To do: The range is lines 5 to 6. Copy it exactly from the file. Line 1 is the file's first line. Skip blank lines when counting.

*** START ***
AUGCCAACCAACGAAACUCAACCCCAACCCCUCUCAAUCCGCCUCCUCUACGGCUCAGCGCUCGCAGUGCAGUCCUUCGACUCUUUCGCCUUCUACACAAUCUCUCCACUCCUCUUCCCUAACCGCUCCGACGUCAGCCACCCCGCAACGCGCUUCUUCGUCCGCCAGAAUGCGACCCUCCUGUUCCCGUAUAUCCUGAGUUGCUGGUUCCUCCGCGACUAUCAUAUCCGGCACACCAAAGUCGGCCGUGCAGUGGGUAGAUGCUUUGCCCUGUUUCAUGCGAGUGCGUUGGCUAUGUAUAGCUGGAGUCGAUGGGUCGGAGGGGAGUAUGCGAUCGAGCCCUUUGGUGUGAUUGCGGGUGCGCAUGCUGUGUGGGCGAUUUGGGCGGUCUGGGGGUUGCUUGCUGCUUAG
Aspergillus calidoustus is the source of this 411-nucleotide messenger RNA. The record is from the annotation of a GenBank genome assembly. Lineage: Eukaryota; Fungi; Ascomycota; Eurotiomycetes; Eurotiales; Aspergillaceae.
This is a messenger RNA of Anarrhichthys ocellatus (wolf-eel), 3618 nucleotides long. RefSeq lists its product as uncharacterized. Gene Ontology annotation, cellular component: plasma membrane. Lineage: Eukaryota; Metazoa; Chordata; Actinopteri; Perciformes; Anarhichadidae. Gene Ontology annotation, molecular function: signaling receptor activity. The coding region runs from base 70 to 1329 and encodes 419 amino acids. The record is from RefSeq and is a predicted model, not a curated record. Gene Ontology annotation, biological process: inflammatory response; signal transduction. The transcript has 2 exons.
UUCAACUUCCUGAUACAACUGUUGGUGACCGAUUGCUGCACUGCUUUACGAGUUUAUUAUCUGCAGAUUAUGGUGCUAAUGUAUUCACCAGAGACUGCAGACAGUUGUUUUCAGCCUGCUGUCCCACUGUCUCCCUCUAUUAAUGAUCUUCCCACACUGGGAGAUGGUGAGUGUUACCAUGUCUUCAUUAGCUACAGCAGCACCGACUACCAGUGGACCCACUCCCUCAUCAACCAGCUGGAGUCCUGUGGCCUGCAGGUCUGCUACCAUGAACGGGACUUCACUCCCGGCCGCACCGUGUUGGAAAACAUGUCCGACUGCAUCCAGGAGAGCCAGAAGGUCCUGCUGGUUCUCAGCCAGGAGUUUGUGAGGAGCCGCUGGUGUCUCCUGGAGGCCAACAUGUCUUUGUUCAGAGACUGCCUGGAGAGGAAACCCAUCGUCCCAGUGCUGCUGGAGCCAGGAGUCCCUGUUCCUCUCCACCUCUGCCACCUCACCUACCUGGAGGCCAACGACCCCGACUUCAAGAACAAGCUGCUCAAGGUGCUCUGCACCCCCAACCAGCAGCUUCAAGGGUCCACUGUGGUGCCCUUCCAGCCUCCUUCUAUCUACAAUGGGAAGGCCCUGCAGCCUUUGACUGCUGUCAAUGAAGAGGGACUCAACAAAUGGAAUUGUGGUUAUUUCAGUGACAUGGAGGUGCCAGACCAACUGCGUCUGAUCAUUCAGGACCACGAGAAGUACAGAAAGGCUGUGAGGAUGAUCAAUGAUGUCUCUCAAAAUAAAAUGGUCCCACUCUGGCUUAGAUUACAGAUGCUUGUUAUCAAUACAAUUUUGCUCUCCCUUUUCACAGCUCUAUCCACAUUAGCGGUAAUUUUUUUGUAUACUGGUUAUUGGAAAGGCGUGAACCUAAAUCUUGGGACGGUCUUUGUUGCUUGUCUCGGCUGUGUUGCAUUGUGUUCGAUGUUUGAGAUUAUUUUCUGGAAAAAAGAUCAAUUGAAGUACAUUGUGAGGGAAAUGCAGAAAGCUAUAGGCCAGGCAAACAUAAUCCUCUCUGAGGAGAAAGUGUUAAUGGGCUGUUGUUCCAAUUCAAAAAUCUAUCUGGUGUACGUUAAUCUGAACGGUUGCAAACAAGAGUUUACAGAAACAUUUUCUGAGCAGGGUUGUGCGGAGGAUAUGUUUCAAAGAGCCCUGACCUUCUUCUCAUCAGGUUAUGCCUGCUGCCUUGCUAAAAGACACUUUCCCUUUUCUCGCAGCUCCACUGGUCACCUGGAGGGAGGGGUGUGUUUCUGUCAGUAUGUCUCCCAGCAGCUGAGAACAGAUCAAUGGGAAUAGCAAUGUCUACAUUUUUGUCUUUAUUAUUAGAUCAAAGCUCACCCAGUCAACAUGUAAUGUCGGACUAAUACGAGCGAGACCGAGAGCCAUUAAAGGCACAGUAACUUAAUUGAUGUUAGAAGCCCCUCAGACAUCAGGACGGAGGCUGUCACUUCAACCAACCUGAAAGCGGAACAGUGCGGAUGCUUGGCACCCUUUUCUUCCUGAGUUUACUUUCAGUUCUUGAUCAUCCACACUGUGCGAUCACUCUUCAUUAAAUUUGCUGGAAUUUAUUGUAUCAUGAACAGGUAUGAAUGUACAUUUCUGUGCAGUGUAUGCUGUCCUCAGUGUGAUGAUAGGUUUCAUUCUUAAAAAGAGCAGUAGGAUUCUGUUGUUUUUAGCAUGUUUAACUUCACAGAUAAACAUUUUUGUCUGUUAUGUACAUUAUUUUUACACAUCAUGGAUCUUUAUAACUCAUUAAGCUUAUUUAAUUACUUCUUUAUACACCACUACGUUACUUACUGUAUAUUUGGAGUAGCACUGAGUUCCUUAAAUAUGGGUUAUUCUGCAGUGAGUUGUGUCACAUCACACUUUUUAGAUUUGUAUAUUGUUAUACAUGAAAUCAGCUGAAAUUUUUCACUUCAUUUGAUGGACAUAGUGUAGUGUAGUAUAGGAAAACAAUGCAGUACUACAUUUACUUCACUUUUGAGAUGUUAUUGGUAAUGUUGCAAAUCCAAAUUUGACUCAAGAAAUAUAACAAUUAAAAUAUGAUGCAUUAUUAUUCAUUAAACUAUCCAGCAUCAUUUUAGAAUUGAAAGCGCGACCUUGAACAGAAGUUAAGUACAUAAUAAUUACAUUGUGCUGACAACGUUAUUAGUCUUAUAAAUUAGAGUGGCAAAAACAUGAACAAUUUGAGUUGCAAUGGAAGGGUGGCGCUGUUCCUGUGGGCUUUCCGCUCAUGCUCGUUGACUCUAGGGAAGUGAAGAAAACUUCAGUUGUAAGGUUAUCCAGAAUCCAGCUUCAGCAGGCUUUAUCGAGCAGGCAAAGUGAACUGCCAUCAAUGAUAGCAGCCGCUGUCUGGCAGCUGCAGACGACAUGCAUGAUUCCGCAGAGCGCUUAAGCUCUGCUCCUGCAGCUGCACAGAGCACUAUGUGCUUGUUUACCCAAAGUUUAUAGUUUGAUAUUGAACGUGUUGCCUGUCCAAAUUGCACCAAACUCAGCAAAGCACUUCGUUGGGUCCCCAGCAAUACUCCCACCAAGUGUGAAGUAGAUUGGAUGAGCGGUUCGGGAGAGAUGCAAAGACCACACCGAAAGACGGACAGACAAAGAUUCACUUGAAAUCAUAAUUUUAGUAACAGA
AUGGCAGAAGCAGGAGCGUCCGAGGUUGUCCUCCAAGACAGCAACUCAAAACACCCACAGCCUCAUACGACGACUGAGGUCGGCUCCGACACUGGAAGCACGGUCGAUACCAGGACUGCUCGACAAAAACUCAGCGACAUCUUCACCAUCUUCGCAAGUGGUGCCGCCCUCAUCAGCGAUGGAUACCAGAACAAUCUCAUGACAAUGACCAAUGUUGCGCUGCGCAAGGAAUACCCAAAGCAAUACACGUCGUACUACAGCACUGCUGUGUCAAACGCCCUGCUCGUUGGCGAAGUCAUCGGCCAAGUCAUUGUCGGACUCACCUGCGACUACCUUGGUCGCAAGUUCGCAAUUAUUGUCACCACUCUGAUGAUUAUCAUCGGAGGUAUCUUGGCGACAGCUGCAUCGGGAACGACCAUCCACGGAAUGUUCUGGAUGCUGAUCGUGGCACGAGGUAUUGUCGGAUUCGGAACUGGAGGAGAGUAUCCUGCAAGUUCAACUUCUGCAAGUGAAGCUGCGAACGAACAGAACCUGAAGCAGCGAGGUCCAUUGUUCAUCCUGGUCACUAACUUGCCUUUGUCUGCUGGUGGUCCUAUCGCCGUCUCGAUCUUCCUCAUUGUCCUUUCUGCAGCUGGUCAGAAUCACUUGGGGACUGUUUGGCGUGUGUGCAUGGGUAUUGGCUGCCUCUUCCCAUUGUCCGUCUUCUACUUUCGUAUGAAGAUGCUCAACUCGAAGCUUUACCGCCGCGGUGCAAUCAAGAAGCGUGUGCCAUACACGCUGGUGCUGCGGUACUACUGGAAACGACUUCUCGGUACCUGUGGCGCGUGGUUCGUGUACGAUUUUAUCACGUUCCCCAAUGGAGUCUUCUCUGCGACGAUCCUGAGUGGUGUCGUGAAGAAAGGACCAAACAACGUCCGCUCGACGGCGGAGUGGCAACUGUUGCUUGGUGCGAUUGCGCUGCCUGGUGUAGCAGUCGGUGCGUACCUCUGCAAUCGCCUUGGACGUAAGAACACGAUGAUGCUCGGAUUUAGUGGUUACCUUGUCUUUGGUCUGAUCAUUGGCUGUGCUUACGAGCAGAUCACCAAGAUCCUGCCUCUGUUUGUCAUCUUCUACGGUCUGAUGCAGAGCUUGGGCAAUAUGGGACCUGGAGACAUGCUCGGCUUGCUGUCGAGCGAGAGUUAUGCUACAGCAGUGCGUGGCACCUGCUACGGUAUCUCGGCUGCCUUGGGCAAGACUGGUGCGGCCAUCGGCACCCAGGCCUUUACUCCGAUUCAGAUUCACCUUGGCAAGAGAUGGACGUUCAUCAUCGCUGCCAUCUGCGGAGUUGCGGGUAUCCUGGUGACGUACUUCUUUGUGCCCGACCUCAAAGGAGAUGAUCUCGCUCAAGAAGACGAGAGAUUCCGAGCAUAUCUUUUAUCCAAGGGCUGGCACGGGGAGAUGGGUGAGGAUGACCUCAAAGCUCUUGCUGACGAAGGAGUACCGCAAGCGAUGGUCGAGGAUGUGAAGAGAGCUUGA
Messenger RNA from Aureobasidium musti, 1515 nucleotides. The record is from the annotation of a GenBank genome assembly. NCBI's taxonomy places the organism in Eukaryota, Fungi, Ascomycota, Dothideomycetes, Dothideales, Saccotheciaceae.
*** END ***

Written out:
AUGGCAGAAGCAGGAGCGUCCGAGGUUGUCCUCCAAGACAGCAACUCAAAACACCCACAGCCUCAUACGACGACUGAGGUCGGCUCCGACACUGGAAGCACGGUCGAUACCAGGACUGCUCGACAAAAACUCAGCGACAUCUUCACCAUCUUCGCAAGUGGUGCCGCCCUCAUCAGCGAUGGAUACCAGAACAAUCUCAUGACAAUGACCAAUGUUGCGCUGCGCAAGGAAUACCCAAAGCAAUACACGUCGUACUACAGCACUGCUGUGUCAAACGCCCUGCUCGUUGGCGAAGUCAUCGGCCAAGUCAUUGUCGGACUCACCUGCGACUACCUUGGUCGCAAGUUCGCAAUUAUUGUCACCACUCUGAUGAUUAUCAUCGGAGGUAUCUUGGCGACAGCUGCAUCGGGAACGACCAUCCACGGAAUGUUCUGGAUGCUGAUCGUGGCACGAGGUAUUGUCGGAUUCGGAACUGGAGGAGAGUAUCCUGCAAGUUCAACUUCUGCAAGUGAAGCUGCGAACGAACAGAACCUGAAGCAGCGAGGUCCAUUGUUCAUCCUGGUCACUAACUUGCCUUUGUCUGCUGGUGGUCCUAUCGCCGUCUCGAUCUUCCUCAUUGUCCUUUCUGCAGCUGGUCAGAAUCACUUGGGGACUGUUUGGCGUGUGUGCAUGGGUAUUGGCUGCCUCUUCCCAUUGUCCGUCUUCUACUUUCGUAUGAAGAUGCUCAACUCGAAGCUUUACCGCCGCGGUGCAAUCAAGAAGCGUGUGCCAUACACGCUGGUGCUGCGGUACUACUGGAAACGACUUCUCGGUACCUGUGGCGCGUGGUUCGUGUACGAUUUUAUCACGUUCCCCAAUGGAGUCUUCUCUGCGACGAUCCUGAGUGGUGUCGUGAAGAAAGGACCAAACAACGUCCGCUCGACGGCGGAGUGGCAACUGUUGCUUGGUGCGAUUGCGCUGCCUGGUGUAGCAGUCGGUGCGUACCUCUGCAAUCGCCUUGGACGUAAGAACACGAUGAUGCUCGGAUUUAGUGGUUACCUUGUCUUUGGUCUGAUCAUUGGCUGUGCUUACGAGCAGAUCACCAAGAUCCUGCCUCUGUUUGUCAUCUUCUACGGUCUGAUGCAGAGCUUGGGCAAUAUGGGACCUGGAGACAUGCUCGGCUUGCUGUCGAGCGAGAGUUAUGCUACAGCAGUGCGUGGCACCUGCUACGGUAUCUCGGCUGCCUUGGGCAAGACUGGUGCGGCCAUCGGCACCCAGGCCUUUACUCCGAUUCAGAUUCACCUUGGCAAGAGAUGGACGUUCAUCAUCGCUGCCAUCUGCGGAGUUGCGGGUAUCCUGGUGACGUACUUCUUUGUGCCCGACCUCAAAGGAGAUGAUCUCGCUCAAGAAGACGAGAGAUUCCGAGCAUAUCUUUUAUCCAAGGGCUGGCACGGGGAGAUGGGUGAGGAUGACCUCAAAGCUCUUGCUGACGAAGGAGUACCGCAAGCGAUGGUCGAGGAUGUGAAGAGAGCUUGA
Messenger RNA from Aureobasidium musti, 1515 nucleotides. The record is from the annotation of a GenBank genome assembly. NCBI's taxonomy places the organism in Eukaryota, Fungi, Ascomycota, Dothideomycetes, Dothideales, Saccotheciaceae.